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Marjory Stoneman Douglas High School in Parkland, Florida, may look like any other American high school from the outside.
But former students who spent their teenage years in its hallways and classrooms will tell you there's something special about the school's culture.
So special, in fact, that when news spread last week that a gunman had killed 17 people at the school, thousands of alumni felt compelled to reach out to each other, springing into action to offer practical and emotional support to survivors and the local community.
But they refused to stop there; they've also banded together to echo current students' refrain of "Never Again," and have started using their professional experience and connections to hold politicians accountable and push for policies that would prevent another mass shooting.
"We've always felt this deep love of our community and our school," says Judith Danovitch, who graduated in 1996 and, soon after the shooting, created a closed Facebook group to connect and mobilize alumni. A separate website points people to fundraising and organizing events and activities across the country.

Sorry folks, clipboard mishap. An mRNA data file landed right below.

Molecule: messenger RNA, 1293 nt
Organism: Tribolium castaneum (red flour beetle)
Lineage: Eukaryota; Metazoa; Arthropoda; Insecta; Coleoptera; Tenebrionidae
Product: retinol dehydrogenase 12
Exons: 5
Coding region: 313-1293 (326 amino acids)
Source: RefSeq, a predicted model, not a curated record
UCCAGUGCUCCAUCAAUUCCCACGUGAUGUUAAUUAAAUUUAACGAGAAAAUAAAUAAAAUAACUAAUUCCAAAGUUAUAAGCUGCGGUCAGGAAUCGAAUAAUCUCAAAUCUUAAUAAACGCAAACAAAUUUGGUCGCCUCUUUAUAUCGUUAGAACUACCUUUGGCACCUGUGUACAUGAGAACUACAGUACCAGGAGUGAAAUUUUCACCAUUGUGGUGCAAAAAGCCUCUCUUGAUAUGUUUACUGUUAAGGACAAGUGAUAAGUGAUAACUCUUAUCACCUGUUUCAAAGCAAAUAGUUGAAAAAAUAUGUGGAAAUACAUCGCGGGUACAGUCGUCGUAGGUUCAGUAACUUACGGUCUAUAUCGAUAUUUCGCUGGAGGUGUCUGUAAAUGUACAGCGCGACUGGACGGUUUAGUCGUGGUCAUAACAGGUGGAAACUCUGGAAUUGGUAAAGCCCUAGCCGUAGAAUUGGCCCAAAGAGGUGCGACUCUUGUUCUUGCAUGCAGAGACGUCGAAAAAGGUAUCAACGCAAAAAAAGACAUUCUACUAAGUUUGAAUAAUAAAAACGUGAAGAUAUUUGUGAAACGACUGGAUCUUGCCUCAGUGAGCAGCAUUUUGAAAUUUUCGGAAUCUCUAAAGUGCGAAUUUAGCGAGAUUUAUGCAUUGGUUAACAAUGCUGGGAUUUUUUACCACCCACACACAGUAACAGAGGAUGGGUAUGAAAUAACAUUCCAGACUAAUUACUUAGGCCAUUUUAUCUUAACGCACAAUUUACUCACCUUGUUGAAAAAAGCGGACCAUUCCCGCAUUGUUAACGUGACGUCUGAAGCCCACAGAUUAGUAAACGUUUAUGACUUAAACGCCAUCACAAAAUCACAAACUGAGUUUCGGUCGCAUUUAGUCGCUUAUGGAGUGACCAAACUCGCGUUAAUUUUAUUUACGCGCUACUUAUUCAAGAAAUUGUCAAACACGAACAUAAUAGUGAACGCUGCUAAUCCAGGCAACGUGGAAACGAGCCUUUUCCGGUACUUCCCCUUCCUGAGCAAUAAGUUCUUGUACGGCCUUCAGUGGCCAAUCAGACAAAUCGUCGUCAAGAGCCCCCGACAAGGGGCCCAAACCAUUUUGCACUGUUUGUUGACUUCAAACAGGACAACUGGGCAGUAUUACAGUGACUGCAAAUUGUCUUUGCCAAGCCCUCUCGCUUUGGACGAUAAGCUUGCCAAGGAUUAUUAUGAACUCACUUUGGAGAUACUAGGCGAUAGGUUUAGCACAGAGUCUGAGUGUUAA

The school's alumni have stepped up in countless ways since the shooting. They've provided food to family members of hospitalized victims. They've reached out to a school memorabilia company to secure class rings for students who died. Alumni who are professional therapists have offered free counseling to survivors and their families. People are creating banners signed by members of past classes to hang at the school.
Read the full article about Marjory Stoneman Douglas alum reaching out as advocates by Rebecca Ruiz at Mashable.